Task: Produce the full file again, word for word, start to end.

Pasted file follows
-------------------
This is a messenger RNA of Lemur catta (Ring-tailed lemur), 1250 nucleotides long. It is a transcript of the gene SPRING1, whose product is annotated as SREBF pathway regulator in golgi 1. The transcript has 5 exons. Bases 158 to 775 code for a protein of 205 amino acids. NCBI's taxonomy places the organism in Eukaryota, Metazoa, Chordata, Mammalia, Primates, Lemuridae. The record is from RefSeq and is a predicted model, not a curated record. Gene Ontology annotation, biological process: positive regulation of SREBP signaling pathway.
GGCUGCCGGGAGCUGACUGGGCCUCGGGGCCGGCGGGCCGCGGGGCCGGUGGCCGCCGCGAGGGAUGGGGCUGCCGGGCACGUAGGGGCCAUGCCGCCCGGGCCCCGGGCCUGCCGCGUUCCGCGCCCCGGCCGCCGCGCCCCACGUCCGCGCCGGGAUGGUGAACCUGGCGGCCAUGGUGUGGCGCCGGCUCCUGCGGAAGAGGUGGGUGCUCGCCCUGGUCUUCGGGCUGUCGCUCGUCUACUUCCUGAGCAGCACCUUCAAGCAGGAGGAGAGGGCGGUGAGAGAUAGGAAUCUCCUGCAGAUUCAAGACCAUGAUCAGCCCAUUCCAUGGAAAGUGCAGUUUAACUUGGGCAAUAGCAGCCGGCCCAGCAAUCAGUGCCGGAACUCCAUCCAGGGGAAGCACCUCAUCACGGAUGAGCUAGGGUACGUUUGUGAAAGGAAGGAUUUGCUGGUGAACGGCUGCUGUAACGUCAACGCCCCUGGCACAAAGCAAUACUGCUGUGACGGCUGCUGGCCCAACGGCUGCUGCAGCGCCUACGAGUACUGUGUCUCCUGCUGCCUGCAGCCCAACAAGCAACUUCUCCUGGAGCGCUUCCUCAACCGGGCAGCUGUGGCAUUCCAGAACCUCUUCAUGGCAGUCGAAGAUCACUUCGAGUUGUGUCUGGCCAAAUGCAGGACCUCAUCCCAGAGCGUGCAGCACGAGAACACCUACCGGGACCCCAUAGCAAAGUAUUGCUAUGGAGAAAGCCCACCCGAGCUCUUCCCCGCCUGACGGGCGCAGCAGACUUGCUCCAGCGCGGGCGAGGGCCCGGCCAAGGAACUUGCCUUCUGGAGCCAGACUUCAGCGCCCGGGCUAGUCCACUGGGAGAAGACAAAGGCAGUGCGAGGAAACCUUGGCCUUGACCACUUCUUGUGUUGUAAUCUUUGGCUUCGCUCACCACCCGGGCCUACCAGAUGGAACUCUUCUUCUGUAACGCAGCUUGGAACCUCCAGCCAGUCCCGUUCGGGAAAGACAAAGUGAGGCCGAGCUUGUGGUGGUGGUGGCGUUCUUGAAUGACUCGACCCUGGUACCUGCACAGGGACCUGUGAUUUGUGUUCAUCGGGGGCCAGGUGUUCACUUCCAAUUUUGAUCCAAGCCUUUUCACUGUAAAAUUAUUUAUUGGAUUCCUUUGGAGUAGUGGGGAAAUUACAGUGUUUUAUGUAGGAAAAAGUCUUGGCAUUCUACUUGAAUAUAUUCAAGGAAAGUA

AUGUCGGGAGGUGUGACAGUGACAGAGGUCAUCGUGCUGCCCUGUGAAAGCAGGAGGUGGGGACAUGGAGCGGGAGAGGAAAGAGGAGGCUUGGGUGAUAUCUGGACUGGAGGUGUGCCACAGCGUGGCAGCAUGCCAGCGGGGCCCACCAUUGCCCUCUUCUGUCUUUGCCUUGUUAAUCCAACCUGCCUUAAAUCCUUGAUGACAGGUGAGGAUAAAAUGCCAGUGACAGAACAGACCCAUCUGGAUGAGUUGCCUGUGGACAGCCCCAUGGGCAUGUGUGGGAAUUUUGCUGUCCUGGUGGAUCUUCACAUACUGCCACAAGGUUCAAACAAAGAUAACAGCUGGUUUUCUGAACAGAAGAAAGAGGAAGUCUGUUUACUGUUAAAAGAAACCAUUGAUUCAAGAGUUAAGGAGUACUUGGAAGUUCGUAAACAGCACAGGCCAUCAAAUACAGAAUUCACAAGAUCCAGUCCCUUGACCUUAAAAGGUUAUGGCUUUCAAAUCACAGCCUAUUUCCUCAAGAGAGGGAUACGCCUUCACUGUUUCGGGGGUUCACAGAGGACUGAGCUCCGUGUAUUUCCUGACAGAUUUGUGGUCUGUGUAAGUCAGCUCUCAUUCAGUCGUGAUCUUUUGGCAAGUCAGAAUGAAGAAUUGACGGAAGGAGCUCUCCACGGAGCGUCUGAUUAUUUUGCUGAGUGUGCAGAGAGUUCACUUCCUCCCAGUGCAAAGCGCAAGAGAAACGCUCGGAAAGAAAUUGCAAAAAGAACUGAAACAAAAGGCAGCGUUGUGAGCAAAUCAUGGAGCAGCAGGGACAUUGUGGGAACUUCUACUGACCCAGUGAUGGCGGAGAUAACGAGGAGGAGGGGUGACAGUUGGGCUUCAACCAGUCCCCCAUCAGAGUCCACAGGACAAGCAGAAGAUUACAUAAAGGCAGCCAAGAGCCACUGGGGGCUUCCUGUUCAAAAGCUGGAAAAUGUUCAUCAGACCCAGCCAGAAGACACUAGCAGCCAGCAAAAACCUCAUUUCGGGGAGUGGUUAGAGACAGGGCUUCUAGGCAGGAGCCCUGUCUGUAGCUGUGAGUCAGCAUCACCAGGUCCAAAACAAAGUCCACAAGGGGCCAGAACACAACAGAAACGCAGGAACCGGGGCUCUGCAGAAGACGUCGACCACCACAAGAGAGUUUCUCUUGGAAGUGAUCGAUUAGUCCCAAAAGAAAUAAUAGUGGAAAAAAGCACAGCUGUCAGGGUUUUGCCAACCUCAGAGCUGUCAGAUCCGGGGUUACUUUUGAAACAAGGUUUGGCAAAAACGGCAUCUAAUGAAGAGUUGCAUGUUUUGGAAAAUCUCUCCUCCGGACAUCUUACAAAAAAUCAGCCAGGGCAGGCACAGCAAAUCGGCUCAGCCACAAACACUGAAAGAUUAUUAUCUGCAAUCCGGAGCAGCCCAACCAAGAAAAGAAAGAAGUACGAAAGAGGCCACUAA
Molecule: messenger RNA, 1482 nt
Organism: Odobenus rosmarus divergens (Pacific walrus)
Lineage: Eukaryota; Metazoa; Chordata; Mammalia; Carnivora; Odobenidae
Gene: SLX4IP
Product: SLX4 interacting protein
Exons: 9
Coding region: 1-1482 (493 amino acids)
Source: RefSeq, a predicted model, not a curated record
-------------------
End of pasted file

This is a messenger RNA of Lemur catta (Ring-tailed lemur), 1250 nucleotides long. It is a transcript of the gene SPRING1, whose product is annotated as SREBF pathway regulator in golgi 1. The transcript has 5 exons. Bases 158 to 775 code for a protein of 205 amino acids. NCBI's taxonomy places the organism in Eukaryota, Metazoa, Chordata, Mammalia, Primates, Lemuridae. The record is from RefSeq and is a predicted model, not a curated record. Gene Ontology annotation, biological process: positive regulation of SREBP signaling pathway.
GGCUGCCGGGAGCUGACUGGGCCUCGGGGCCGGCGGGCCGCGGGGCCGGUGGCCGCCGCGAGGGAUGGGGCUGCCGGGCACGUAGGGGCCAUGCCGCCCGGGCCCCGGGCCUGCCGCGUUCCGCGCCCCGGCCGCCGCGCCCCACGUCCGCGCCGGGAUGGUGAACCUGGCGGCCAUGGUGUGGCGCCGGCUCCUGCGGAAGAGGUGGGUGCUCGCCCUGGUCUUCGGGCUGUCGCUCGUCUACUUCCUGAGCAGCACCUUCAAGCAGGAGGAGAGGGCGGUGAGAGAUAGGAAUCUCCUGCAGAUUCAAGACCAUGAUCAGCCCAUUCCAUGGAAAGUGCAGUUUAACUUGGGCAAUAGCAGCCGGCCCAGCAAUCAGUGCCGGAACUCCAUCCAGGGGAAGCACCUCAUCACGGAUGAGCUAGGGUACGUUUGUGAAAGGAAGGAUUUGCUGGUGAACGGCUGCUGUAACGUCAACGCCCCUGGCACAAAGCAAUACUGCUGUGACGGCUGCUGGCCCAACGGCUGCUGCAGCGCCUACGAGUACUGUGUCUCCUGCUGCCUGCAGCCCAACAAGCAACUUCUCCUGGAGCGCUUCCUCAACCGGGCAGCUGUGGCAUUCCAGAACCUCUUCAUGGCAGUCGAAGAUCACUUCGAGUUGUGUCUGGCCAAAUGCAGGACCUCAUCCCAGAGCGUGCAGCACGAGAACACCUACCGGGACCCCAUAGCAAAGUAUUGCUAUGGAGAAAGCCCACCCGAGCUCUUCCCCGCCUGACGGGCGCAGCAGACUUGCUCCAGCGCGGGCGAGGGCCCGGCCAAGGAACUUGCCUUCUGGAGCCAGACUUCAGCGCCCGGGCUAGUCCACUGGGAGAAGACAAAGGCAGUGCGAGGAAACCUUGGCCUUGACCACUUCUUGUGUUGUAAUCUUUGGCUUCGCUCACCACCCGGGCCUACCAGAUGGAACUCUUCUUCUGUAACGCAGCUUGGAACCUCCAGCCAGUCCCGUUCGGGAAAGACAAAGUGAGGCCGAGCUUGUGGUGGUGGUGGCGUUCUUGAAUGACUCGACCCUGGUACCUGCACAGGGACCUGUGAUUUGUGUUCAUCGGGGGCCAGGUGUUCACUUCCAAUUUUGAUCCAAGCCUUUUCACUGUAAAAUUAUUUAUUGGAUUCCUUUGGAGUAGUGGGGAAAUUACAGUGUUUUAUGUAGGAAAAAGUCUUGGCAUUCUACUUGAAUAUAUUCAAGGAAAGUA

AUGUCGGGAGGUGUGACAGUGACAGAGGUCAUCGUGCUGCCCUGUGAAAGCAGGAGGUGGGGACAUGGAGCGGGAGAGGAAAGAGGAGGCUUGGGUGAUAUCUGGACUGGAGGUGUGCCACAGCGUGGCAGCAUGCCAGCGGGGCCCACCAUUGCCCUCUUCUGUCUUUGCCUUGUUAAUCCAACCUGCCUUAAAUCCUUGAUGACAGGUGAGGAUAAAAUGCCAGUGACAGAACAGACCCAUCUGGAUGAGUUGCCUGUGGACAGCCCCAUGGGCAUGUGUGGGAAUUUUGCUGUCCUGGUGGAUCUUCACAUACUGCCACAAGGUUCAAACAAAGAUAACAGCUGGUUUUCUGAACAGAAGAAAGAGGAAGUCUGUUUACUGUUAAAAGAAACCAUUGAUUCAAGAGUUAAGGAGUACUUGGAAGUUCGUAAACAGCACAGGCCAUCAAAUACAGAAUUCACAAGAUCCAGUCCCUUGACCUUAAAAGGUUAUGGCUUUCAAAUCACAGCCUAUUUCCUCAAGAGAGGGAUACGCCUUCACUGUUUCGGGGGUUCACAGAGGACUGAGCUCCGUGUAUUUCCUGACAGAUUUGUGGUCUGUGUAAGUCAGCUCUCAUUCAGUCGUGAUCUUUUGGCAAGUCAGAAUGAAGAAUUGACGGAAGGAGCUCUCCACGGAGCGUCUGAUUAUUUUGCUGAGUGUGCAGAGAGUUCACUUCCUCCCAGUGCAAAGCGCAAGAGAAACGCUCGGAAAGAAAUUGCAAAAAGAACUGAAACAAAAGGCAGCGUUGUGAGCAAAUCAUGGAGCAGCAGGGACAUUGUGGGAACUUCUACUGACCCAGUGAUGGCGGAGAUAACGAGGAGGAGGGGUGACAGUUGGGCUUCAACCAGUCCCCCAUCAGAGUCCACAGGACAAGCAGAAGAUUACAUAAAGGCAGCCAAGAGCCACUGGGGGCUUCCUGUUCAAAAGCUGGAAAAUGUUCAUCAGACCCAGCCAGAAGACACUAGCAGCCAGCAAAAACCUCAUUUCGGGGAGUGGUUAGAGACAGGGCUUCUAGGCAGGAGCCCUGUCUGUAGCUGUGAGUCAGCAUCACCAGGUCCAAAACAAAGUCCACAAGGGGCCAGAACACAACAGAAACGCAGGAACCGGGGCUCUGCAGAAGACGUCGACCACCACAAGAGAGUUUCUCUUGGAAGUGAUCGAUUAGUCCCAAAAGAAAUAAUAGUGGAAAAAAGCACAGCUGUCAGGGUUUUGCCAACCUCAGAGCUGUCAGAUCCGGGGUUACUUUUGAAACAAGGUUUGGCAAAAACGGCAUCUAAUGAAGAGUUGCAUGUUUUGGAAAAUCUCUCCUCCGGACAUCUUACAAAAAAUCAGCCAGGGCAGGCACAGCAAAUCGGCUCAGCCACAAACACUGAAAGAUUAUUAUCUGCAAUCCGGAGCAGCCCAACCAAGAAAAGAAAGAAGUACGAAAGAGGCCACUAA
Molecule: messenger RNA, 1482 nt
Organism: Odobenus rosmarus divergens (Pacific walrus)
Lineage: Eukaryota; Metazoa; Chordata; Mammalia; Carnivora; Odobenidae
Gene: SLX4IP
Product: SLX4 interacting protein
Exons: 9
Coding region: 1-1482 (493 amino acids)
Source: RefSeq, a predicted model, not a curated record